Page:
Union heavyweight wants to ban UPS from using drones or driverless vehicles

Key Points
  • The Teamsters labor union and UPS have begun negotiations on a new collective bargaining agreement covering around 260,000 UPS employees. The current one expires in July.
  • In addition to prohibiting usage of drones and driverless vehicles, the union wants the company to hire another 10,000 workers and halt late night deliveries.
UPS drivers wait as their trucks are loaded at a Manhattan UPS facility in New York.
Don Emmert | AFP | Getty Images

No drones or driverless vehicles for delivering packages — that's one of the major demands from the Teamsters labor union in the big contract negotiation it's undertaking with UPS this week.

The union wants to ban UPS from using such new-fangled technology, which the logistics company has been reportedly testing. That's just one of the negotiating points on the table for one of the nation's largest collective bargaining agreements, according to a new report in The Wall Street Journal.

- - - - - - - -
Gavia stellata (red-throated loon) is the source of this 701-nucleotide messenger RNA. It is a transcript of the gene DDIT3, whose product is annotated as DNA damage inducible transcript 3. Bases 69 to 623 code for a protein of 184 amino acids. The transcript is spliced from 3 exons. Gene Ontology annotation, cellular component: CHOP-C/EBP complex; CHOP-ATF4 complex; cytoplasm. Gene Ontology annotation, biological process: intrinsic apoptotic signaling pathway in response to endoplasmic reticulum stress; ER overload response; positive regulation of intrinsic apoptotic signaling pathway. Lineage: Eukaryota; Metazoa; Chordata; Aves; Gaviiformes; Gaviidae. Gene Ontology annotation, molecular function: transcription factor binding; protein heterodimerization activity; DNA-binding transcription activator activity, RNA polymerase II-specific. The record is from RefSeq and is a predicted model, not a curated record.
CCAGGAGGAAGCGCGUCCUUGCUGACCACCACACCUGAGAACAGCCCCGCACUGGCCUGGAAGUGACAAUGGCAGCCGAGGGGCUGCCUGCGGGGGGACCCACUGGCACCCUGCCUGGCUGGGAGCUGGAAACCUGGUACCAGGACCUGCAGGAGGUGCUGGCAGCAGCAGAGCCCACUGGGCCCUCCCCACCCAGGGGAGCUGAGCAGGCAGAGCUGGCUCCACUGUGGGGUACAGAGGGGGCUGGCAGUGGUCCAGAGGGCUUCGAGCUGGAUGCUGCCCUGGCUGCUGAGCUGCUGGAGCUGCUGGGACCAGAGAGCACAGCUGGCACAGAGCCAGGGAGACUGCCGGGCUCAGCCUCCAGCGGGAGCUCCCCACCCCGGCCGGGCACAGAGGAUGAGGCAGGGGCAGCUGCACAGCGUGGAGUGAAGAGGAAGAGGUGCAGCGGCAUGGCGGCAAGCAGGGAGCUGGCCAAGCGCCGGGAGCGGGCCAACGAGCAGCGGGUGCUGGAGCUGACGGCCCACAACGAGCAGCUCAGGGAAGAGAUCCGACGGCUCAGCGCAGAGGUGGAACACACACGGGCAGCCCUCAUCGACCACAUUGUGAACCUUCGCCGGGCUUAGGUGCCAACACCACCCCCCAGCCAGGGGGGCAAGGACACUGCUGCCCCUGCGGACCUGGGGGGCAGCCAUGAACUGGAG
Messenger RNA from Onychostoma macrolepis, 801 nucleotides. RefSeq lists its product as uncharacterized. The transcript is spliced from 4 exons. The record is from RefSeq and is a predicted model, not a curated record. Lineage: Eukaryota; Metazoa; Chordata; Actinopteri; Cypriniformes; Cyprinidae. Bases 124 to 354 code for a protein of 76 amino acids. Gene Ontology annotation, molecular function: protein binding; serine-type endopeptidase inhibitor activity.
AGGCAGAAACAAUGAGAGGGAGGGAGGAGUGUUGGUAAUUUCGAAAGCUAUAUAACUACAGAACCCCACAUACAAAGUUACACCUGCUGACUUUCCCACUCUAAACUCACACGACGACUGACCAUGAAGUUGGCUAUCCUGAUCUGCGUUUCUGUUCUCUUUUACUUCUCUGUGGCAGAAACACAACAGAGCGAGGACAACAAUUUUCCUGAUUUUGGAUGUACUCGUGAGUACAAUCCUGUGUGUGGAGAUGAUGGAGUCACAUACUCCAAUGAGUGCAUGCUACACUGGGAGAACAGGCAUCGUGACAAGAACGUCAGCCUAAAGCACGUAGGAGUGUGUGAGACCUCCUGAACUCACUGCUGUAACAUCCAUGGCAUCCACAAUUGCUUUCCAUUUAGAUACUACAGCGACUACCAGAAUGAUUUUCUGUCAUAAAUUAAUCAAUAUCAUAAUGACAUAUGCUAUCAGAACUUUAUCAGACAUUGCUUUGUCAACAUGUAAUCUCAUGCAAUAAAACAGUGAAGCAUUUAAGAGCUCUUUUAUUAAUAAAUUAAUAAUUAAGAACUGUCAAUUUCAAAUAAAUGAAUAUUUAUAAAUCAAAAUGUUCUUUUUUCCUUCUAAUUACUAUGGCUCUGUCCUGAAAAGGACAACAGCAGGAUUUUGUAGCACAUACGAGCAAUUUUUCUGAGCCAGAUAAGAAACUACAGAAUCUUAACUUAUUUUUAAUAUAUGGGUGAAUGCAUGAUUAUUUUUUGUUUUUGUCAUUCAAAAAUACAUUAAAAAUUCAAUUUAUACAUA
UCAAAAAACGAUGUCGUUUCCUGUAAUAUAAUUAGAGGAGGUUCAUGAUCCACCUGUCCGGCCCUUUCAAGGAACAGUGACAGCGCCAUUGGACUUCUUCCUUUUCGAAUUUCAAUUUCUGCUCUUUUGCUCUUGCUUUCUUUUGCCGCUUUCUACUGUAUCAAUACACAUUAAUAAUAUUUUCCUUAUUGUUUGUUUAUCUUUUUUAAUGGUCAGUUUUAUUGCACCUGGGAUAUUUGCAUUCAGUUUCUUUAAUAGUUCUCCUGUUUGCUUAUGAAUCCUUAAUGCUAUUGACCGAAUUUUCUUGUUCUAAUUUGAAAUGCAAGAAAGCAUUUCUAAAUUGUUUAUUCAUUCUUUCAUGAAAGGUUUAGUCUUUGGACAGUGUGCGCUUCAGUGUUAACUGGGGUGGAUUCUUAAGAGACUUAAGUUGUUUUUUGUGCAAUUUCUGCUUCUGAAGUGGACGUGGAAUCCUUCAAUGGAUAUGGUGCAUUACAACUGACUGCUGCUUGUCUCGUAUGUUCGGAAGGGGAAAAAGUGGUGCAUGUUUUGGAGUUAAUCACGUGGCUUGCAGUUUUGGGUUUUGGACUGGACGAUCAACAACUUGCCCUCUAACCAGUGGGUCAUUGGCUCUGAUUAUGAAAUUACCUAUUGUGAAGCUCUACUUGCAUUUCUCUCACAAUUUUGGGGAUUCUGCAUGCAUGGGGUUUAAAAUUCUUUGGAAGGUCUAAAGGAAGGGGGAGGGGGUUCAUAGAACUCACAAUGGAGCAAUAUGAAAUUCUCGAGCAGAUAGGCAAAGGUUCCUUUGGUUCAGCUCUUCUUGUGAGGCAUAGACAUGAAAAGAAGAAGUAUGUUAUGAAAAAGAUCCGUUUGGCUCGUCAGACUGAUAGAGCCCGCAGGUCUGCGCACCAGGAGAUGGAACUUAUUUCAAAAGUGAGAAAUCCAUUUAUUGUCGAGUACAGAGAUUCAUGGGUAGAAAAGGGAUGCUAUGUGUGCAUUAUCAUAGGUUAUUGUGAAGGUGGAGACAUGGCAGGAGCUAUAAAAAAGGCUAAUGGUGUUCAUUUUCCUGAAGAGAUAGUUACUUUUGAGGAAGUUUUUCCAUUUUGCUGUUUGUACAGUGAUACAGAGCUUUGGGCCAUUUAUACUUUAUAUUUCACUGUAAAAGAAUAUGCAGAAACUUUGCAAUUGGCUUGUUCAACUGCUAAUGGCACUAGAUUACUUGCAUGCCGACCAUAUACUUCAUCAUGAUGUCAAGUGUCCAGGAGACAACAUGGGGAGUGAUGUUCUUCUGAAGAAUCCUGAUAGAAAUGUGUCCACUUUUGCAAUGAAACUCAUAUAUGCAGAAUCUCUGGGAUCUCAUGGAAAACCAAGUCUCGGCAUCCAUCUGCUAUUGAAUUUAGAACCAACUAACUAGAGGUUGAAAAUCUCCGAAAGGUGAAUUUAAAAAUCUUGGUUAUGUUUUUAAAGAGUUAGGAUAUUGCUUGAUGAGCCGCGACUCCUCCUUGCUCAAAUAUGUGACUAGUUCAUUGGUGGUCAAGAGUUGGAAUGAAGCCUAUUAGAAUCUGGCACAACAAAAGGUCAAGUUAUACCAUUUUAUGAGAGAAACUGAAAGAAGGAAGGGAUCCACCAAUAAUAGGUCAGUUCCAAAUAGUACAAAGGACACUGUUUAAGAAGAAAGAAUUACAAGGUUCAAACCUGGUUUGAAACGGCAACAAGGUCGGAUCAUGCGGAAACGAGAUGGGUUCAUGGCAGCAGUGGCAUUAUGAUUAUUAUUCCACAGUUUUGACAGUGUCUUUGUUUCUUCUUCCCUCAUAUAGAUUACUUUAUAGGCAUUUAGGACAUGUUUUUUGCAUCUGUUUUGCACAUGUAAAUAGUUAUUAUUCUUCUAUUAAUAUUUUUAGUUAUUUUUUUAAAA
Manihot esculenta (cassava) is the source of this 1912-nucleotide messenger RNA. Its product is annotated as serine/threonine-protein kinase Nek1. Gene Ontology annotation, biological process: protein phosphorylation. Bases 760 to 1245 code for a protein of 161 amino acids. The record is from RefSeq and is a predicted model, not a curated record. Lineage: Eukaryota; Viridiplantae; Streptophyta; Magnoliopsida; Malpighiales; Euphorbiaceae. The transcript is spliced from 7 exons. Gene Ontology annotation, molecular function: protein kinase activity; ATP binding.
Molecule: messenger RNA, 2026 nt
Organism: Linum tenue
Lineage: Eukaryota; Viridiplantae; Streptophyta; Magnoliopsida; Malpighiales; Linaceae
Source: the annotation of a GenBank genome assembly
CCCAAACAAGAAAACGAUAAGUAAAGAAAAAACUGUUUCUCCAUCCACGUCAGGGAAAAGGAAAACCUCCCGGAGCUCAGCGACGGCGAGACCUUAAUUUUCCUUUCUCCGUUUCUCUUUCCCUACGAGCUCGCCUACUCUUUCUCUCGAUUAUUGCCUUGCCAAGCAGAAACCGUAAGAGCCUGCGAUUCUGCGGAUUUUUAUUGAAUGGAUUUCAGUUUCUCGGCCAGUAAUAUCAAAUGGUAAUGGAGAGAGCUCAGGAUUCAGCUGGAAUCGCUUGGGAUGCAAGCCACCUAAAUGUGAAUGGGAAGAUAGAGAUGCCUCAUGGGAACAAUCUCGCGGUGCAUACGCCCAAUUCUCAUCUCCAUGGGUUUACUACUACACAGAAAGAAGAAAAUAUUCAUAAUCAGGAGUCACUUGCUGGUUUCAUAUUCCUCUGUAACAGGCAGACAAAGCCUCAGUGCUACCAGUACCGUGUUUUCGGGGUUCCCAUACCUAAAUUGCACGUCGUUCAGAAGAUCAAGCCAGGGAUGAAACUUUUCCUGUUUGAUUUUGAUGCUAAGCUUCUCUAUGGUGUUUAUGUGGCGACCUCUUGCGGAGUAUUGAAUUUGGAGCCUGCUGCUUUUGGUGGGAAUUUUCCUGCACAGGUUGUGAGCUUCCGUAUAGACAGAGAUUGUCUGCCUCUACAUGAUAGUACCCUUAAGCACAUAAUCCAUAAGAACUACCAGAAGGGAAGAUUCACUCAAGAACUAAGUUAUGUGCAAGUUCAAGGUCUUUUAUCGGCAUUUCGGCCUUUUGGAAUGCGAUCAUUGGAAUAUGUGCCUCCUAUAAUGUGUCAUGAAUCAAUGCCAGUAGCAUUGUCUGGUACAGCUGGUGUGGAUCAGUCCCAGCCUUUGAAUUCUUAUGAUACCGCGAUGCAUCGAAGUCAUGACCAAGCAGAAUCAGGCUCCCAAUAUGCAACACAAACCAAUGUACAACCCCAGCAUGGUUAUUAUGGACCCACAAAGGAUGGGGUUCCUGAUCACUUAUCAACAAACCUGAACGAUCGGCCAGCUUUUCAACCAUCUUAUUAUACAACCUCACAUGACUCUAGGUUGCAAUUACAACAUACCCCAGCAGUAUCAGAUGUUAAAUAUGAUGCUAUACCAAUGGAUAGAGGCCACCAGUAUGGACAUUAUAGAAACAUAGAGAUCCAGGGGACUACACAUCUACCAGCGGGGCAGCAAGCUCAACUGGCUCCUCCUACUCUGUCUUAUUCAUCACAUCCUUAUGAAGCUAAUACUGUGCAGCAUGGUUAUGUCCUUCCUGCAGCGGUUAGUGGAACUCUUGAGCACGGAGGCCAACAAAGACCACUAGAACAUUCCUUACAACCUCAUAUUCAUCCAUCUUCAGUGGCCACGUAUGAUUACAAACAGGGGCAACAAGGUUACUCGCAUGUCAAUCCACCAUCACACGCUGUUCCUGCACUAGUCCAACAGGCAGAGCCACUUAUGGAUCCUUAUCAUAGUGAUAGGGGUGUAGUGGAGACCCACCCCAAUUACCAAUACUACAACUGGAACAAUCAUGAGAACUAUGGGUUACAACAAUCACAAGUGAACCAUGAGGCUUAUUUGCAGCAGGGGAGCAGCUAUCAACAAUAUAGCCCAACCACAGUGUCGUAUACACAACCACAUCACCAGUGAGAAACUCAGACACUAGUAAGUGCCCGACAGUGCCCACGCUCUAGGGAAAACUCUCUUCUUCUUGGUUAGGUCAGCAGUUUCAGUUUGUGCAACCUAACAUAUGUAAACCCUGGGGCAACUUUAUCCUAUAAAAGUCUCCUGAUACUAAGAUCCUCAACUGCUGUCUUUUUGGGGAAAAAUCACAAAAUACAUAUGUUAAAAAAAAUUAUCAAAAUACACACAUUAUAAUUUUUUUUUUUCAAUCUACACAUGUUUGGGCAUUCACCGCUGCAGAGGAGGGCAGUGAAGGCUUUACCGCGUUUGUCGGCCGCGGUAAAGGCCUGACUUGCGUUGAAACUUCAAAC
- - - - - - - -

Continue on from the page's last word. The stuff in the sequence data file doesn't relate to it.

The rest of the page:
UPS confirmed to CNBC the details of the Teamsters proposal. The current agreement affects 260,000 full and part-time UPS employees and expires in July.

"UPS is focused on a contract that provides the flexibility needed to remain highly competitive, given the challenge of an increasingly crowded logistics segment," the company told CNBC.

UPS has to balance Teamsters' demands with changes to the industry because the two sides last struck an agreement in 2013.

Other demands outlined in an 83-page document submitted to UPS this week include hiring another 10,000 workers and halting deliveries after 9 p.m., including during the peak-delivery holiday months of November and December. UPS said it's hired 40,000 more Teamster workers in the U.S. in the last five years.

The negotiations come amid new challenges and opportunities in the delivery space. Surging online sales have brought more business to companies such as UPS, Fedex and the government's USPS. There is also increased competition with new and smaller entrants vying for a piece of the growing package-delivery market.

Read the Journal's full report.